When Mister Rogers was removed from the daily feeds of our local PBS station and replaced with drivel, I was upset. My four year old was just as upset, but kept watching repeats of the few episodes we had saved on tape. While I have been trying to collect other "Mister Rogers" episodes since that time, they were hard to come by and resulted in attempts by me to "ration" new episodes. When I discovered seven volumes of Mister Rogers at Amazon on demand, I was thrilled. The smile on my daughter's face when she saw the first episode was priceless.
The children of today's society desperately need a quiet, gentle, and calming figure in their crazy lives: Mister Rogers is one of the few TV personalities capable of filling that role. In a world of television programs that are over-stimulating and age inappropriate, Mister Rogers was and continues to be an oasis. He teaches quietly, gently, and with a unique perspective on childhood fears and emotions. He does not just talk to children, he communicates with them. I have seen countless children, verbally respond to him when he asks a question to his "television neighbor." I am so glad that Amazon is making Mr. Rogers' unique perspective more readily available to a new generation of children.
If you think Mister Rogers only had the capacity to profoundly affect children, you have either never watched his show or seen him speak outside of the Neighborhood. In 1969, Mr. Rogers was responsible for Congress increasing the federal government's appropriations for PBS from $9 to 21 million. In about six minutes of senate testimony (available on YouTube), Rogers spoke of the need for social and emotional education that public television like his show provided. The initially impatient chairman of the subcommittee, John O. Pastore, who was not previously familiar with Rogers' work, visibly changed while listening to Rogers and later reported that Rogers' testimony had given him goose-bumps. At the end of Roger's testimony, Pastore declared, "I think it's wonderful. Looks like you just earned the $20 million." Today's children programming does not contain a single program that I am aware of that could give anyone goose-bumps, much less a sitting US senator.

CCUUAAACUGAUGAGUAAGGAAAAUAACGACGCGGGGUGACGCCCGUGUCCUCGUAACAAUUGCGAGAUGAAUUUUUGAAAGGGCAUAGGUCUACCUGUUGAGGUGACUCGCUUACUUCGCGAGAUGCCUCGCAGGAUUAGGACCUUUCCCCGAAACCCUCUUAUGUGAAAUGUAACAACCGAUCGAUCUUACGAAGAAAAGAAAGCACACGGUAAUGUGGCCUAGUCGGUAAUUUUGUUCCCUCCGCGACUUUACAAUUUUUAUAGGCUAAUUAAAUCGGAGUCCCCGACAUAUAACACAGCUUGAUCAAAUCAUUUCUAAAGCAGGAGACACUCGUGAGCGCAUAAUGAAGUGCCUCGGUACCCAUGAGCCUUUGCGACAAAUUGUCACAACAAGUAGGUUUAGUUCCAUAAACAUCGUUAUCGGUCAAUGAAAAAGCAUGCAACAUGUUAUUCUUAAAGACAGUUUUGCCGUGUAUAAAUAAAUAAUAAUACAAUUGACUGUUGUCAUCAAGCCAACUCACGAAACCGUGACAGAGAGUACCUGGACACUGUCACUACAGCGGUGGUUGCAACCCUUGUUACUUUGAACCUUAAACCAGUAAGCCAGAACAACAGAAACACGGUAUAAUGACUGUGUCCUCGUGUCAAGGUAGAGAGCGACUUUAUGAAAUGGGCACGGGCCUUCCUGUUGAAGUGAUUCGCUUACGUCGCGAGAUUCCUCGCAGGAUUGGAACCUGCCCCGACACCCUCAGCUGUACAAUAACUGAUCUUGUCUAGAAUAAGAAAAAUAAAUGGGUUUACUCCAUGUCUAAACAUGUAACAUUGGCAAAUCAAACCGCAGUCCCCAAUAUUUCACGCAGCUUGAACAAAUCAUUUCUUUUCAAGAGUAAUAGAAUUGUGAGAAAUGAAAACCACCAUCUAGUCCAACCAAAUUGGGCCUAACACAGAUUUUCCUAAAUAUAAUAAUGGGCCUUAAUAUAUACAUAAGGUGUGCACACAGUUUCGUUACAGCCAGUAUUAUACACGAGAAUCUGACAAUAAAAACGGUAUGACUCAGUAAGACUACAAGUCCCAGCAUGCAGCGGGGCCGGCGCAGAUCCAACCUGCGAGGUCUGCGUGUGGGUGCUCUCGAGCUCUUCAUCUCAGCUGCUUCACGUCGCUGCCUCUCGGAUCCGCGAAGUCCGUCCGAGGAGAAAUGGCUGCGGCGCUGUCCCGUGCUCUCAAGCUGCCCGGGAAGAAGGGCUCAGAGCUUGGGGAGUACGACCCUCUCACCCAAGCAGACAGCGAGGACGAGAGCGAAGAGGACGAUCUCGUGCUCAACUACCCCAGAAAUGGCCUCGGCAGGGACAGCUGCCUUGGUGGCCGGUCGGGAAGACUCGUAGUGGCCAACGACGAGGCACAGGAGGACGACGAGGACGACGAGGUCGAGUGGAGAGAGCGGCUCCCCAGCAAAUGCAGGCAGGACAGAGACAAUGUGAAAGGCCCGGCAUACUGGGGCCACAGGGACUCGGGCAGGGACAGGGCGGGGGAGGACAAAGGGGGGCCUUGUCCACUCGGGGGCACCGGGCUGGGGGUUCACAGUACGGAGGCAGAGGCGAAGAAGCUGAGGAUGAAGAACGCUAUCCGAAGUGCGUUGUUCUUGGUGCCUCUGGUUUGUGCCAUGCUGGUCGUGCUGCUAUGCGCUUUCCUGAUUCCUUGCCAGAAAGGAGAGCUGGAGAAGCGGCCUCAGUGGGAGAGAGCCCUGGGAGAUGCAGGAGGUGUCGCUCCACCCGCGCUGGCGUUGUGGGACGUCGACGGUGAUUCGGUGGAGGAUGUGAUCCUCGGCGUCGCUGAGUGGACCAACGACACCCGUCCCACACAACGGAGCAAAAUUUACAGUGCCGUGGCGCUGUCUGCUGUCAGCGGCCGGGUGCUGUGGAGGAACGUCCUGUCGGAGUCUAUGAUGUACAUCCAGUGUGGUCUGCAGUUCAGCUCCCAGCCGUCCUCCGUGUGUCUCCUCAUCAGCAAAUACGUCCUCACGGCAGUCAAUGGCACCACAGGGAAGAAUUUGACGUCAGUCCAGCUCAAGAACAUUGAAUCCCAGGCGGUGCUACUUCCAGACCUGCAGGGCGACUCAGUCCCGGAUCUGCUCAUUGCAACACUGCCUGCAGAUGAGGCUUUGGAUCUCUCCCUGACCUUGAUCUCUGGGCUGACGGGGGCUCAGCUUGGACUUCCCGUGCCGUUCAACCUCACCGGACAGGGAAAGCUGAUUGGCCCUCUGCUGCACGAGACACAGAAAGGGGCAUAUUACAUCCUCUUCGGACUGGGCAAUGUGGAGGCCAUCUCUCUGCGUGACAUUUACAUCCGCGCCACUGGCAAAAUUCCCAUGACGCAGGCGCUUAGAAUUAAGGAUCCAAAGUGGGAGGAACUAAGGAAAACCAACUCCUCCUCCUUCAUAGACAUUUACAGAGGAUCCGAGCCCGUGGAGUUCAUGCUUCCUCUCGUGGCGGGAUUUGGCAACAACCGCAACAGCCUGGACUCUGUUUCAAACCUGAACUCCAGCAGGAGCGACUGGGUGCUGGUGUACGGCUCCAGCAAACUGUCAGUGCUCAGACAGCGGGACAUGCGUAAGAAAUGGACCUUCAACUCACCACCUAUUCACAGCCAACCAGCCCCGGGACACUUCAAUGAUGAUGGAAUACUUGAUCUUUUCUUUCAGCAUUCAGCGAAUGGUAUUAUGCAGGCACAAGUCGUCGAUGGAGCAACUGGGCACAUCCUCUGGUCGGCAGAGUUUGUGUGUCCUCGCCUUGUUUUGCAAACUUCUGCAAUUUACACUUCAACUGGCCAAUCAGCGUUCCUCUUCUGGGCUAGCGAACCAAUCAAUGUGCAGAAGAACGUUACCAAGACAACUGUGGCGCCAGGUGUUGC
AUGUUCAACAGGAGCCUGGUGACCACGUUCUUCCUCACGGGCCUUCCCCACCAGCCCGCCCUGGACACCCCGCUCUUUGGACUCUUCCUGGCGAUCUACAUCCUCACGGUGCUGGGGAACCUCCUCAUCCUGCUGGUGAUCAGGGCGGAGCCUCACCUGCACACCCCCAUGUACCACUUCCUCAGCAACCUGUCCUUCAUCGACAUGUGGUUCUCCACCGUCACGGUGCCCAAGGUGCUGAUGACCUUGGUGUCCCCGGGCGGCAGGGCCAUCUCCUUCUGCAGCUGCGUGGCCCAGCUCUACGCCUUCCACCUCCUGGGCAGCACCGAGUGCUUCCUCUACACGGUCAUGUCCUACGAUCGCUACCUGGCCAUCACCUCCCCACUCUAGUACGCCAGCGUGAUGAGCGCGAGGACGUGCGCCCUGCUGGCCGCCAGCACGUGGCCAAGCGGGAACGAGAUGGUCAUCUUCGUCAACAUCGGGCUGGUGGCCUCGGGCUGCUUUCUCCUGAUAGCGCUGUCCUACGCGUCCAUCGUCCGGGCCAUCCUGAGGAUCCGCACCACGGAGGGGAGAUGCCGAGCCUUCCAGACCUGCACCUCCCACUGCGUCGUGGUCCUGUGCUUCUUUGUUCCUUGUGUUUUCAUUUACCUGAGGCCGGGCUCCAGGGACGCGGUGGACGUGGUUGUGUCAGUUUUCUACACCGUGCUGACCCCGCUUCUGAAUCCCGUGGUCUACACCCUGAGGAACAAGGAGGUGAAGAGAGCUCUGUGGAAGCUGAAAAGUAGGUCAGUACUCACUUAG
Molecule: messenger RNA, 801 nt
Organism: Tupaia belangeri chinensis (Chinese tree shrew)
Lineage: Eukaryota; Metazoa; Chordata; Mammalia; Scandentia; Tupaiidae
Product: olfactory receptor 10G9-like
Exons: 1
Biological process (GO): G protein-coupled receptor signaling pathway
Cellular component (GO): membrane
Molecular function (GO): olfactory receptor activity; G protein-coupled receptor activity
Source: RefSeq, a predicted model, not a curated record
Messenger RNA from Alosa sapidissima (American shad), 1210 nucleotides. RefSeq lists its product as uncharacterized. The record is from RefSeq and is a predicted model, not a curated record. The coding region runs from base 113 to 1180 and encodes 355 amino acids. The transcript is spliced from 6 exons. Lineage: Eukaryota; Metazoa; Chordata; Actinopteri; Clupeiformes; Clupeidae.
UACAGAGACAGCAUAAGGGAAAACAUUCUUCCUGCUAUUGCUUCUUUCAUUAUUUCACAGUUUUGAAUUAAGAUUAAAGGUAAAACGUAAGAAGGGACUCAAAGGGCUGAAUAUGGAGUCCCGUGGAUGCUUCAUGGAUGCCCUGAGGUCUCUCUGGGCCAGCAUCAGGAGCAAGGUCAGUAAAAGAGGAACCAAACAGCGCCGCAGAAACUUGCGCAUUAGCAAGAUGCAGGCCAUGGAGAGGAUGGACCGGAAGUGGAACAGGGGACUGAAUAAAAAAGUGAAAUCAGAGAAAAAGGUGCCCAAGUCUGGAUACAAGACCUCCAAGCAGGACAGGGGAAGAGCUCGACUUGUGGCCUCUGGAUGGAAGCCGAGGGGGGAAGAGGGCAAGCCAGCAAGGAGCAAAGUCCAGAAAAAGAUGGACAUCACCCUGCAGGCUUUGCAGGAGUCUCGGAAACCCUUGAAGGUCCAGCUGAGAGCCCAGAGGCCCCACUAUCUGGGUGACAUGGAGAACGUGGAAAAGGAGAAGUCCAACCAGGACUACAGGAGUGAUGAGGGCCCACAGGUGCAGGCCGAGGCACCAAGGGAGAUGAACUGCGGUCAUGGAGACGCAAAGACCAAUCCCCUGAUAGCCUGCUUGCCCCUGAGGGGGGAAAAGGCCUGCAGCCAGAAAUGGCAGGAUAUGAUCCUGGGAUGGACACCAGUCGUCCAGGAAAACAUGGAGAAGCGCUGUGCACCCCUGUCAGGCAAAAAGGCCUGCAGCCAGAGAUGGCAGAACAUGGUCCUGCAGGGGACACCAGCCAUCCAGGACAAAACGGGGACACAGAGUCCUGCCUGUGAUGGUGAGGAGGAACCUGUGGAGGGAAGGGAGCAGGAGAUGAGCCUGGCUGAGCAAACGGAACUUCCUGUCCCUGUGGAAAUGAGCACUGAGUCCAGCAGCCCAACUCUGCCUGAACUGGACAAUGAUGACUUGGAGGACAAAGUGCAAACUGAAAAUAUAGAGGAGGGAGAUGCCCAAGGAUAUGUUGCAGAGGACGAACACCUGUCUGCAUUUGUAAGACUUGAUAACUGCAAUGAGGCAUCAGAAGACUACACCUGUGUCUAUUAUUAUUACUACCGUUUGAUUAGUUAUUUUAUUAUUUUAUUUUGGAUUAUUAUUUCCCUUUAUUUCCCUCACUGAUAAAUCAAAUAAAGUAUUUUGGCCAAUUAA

When I watch Mister Rogers with my daughter, I often get goose-bumps as his patience and kindness reminds me of the type of parent I want to be.